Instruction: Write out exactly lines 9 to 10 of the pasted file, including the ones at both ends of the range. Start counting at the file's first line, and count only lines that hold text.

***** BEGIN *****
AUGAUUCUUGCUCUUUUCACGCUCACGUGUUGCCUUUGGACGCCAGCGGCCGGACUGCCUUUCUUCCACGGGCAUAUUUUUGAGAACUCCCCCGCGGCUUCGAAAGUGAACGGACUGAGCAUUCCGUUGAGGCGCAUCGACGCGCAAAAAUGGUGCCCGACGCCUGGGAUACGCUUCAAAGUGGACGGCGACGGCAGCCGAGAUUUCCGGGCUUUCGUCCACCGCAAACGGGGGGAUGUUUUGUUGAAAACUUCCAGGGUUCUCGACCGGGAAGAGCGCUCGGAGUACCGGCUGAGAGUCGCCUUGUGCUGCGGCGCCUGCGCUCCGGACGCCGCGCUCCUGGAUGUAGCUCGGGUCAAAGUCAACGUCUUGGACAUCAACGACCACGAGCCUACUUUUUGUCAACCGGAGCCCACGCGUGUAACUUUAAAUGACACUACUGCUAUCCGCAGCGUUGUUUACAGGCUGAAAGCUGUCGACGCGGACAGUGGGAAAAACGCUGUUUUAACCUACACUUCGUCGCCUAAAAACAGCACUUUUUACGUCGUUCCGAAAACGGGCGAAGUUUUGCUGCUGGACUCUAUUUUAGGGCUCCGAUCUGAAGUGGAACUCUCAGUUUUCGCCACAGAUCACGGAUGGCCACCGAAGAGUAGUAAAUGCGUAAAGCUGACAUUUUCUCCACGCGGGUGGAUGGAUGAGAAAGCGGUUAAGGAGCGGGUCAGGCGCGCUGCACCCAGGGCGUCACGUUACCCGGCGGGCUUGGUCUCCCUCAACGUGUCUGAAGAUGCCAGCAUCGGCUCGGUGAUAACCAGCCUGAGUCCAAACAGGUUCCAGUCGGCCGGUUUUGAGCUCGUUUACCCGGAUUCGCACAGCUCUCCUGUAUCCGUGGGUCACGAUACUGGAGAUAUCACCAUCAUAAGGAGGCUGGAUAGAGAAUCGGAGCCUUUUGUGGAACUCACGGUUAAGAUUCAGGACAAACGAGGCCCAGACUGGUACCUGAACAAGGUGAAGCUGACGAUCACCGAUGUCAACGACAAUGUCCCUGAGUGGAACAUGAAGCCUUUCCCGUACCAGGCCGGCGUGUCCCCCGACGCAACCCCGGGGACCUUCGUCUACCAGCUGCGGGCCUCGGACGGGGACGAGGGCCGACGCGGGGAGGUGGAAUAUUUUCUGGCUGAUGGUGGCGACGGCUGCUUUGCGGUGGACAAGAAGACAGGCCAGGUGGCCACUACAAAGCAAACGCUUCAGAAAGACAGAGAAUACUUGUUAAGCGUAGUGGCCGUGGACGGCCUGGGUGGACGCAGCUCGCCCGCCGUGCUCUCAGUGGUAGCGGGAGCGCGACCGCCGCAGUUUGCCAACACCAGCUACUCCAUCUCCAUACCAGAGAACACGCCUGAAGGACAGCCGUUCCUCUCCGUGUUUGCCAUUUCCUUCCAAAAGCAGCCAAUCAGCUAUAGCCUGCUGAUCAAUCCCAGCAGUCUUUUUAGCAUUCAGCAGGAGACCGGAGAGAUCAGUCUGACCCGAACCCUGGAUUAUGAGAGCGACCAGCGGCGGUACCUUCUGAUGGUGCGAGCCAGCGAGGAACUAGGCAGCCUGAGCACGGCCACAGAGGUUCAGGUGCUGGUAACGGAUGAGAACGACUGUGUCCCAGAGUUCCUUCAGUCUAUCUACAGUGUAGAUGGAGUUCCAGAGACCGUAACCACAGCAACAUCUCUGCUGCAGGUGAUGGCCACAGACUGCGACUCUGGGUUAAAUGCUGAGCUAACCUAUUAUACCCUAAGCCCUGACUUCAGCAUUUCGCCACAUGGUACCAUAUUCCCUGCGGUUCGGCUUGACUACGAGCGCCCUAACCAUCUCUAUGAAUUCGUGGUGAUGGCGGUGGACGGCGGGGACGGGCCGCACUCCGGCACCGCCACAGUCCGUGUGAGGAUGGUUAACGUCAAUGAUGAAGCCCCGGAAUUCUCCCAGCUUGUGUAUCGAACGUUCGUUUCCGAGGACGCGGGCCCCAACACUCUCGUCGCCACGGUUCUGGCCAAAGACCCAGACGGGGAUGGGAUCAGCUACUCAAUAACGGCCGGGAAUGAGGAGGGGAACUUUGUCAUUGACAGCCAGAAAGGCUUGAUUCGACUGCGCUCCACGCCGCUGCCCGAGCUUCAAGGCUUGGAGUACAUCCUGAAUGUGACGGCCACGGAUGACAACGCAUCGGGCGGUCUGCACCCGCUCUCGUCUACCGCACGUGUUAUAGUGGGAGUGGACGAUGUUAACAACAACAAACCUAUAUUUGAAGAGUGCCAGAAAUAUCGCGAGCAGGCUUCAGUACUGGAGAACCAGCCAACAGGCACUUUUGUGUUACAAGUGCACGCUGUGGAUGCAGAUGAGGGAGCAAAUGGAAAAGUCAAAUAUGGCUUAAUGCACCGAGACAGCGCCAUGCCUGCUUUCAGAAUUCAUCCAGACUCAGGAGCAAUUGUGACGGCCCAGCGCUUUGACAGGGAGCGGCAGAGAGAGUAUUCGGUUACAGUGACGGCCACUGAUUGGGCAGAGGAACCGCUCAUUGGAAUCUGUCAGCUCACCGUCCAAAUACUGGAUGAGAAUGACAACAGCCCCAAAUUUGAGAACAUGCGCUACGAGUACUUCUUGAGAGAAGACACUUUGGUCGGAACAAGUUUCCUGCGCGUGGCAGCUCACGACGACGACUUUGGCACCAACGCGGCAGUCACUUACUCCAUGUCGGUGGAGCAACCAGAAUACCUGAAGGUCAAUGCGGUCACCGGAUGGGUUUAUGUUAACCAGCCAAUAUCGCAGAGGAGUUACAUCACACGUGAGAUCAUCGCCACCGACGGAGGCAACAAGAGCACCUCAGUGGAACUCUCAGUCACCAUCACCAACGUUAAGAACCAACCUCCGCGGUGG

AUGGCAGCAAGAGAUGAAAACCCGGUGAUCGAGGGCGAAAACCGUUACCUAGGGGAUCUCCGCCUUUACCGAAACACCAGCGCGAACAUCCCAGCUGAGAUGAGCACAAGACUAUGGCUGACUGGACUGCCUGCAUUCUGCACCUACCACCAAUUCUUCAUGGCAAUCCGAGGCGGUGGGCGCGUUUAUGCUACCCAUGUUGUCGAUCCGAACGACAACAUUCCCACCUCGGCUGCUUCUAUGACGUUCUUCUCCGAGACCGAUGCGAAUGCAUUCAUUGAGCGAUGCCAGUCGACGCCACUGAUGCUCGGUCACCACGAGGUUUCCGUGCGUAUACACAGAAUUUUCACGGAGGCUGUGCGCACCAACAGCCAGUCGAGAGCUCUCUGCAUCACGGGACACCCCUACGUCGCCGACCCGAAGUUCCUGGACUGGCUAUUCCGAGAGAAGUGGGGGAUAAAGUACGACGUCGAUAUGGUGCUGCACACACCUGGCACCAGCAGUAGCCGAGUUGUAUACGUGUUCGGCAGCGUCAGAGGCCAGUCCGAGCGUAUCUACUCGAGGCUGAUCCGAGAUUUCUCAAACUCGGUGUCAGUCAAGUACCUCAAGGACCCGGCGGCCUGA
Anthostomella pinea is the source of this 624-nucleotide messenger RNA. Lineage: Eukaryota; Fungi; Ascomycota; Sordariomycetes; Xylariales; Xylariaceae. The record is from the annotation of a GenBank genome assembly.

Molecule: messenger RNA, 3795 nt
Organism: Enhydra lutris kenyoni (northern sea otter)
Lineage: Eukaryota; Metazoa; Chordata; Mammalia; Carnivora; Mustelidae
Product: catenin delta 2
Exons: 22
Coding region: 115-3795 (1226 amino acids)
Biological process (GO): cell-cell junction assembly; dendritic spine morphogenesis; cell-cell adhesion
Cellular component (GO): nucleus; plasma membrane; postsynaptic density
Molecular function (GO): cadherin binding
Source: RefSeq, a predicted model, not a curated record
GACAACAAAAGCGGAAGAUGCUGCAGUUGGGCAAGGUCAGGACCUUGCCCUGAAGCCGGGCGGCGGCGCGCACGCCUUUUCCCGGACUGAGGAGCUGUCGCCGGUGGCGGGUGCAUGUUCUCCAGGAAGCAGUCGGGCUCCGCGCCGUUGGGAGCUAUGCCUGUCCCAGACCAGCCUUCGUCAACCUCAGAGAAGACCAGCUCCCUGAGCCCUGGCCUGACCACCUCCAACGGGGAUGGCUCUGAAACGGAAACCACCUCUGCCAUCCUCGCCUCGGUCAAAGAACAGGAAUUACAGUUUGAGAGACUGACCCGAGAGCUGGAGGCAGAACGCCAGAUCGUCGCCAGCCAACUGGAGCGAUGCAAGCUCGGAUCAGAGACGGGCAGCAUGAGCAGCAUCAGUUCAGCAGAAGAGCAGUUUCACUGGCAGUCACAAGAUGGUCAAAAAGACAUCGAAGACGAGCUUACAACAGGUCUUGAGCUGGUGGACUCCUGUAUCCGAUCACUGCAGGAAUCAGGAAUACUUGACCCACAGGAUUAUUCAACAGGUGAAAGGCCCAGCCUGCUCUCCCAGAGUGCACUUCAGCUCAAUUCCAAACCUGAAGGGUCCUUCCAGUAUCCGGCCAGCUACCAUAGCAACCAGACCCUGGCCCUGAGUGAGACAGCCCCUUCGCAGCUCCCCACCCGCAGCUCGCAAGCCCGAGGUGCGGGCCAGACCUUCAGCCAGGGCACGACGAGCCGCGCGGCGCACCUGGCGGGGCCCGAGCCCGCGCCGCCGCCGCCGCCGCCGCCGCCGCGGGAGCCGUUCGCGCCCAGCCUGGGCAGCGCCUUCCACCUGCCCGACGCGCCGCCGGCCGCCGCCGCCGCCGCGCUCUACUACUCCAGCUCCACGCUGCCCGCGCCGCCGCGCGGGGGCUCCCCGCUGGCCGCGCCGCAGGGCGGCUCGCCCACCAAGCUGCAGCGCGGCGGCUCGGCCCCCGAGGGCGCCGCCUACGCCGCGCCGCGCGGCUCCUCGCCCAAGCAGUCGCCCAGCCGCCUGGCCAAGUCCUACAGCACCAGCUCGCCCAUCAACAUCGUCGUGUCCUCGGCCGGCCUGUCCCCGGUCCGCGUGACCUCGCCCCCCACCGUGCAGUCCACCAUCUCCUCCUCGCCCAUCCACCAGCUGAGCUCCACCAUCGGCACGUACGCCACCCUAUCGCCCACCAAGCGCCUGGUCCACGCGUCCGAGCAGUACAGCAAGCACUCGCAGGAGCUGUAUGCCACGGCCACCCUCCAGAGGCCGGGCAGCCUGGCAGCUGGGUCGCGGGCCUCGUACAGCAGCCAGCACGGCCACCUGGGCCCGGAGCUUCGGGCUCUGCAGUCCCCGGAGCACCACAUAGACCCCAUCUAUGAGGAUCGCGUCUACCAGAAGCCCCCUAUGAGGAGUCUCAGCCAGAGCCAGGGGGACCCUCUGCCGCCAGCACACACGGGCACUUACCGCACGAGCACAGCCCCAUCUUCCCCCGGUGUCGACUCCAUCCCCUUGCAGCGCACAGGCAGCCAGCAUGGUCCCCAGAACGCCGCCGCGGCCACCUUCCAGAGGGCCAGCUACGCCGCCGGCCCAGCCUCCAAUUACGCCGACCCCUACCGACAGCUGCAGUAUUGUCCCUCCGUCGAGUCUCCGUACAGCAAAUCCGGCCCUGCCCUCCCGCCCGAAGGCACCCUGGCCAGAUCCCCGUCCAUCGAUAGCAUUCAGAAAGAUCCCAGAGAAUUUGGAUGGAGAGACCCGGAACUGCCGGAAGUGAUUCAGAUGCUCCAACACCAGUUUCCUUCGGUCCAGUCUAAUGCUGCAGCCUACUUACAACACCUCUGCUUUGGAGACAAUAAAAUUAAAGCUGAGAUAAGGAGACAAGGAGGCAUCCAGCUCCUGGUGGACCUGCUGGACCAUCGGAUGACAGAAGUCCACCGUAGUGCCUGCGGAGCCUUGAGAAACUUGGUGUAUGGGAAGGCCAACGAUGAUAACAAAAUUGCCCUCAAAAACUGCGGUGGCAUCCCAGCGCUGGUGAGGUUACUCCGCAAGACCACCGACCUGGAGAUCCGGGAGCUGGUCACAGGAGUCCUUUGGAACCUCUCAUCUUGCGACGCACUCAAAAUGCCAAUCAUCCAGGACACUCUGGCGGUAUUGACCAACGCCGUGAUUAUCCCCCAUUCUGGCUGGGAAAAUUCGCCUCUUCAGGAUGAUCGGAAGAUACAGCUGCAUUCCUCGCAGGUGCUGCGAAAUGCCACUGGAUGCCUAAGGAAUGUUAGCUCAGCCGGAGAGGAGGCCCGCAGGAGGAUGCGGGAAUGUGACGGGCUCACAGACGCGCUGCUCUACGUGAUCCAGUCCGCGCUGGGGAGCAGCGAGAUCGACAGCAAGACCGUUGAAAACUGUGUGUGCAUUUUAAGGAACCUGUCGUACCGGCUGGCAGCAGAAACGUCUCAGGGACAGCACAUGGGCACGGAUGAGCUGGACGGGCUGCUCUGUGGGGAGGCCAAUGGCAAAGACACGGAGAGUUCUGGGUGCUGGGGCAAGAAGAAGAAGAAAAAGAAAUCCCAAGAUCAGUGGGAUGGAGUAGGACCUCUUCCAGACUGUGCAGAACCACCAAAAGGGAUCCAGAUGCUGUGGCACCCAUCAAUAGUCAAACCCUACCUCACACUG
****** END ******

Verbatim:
Coding region: 115-3795 (1226 amino acids)
Biological process (GO): cell-cell junction assembly; dendritic spine morphogenesis; cell-cell adhesion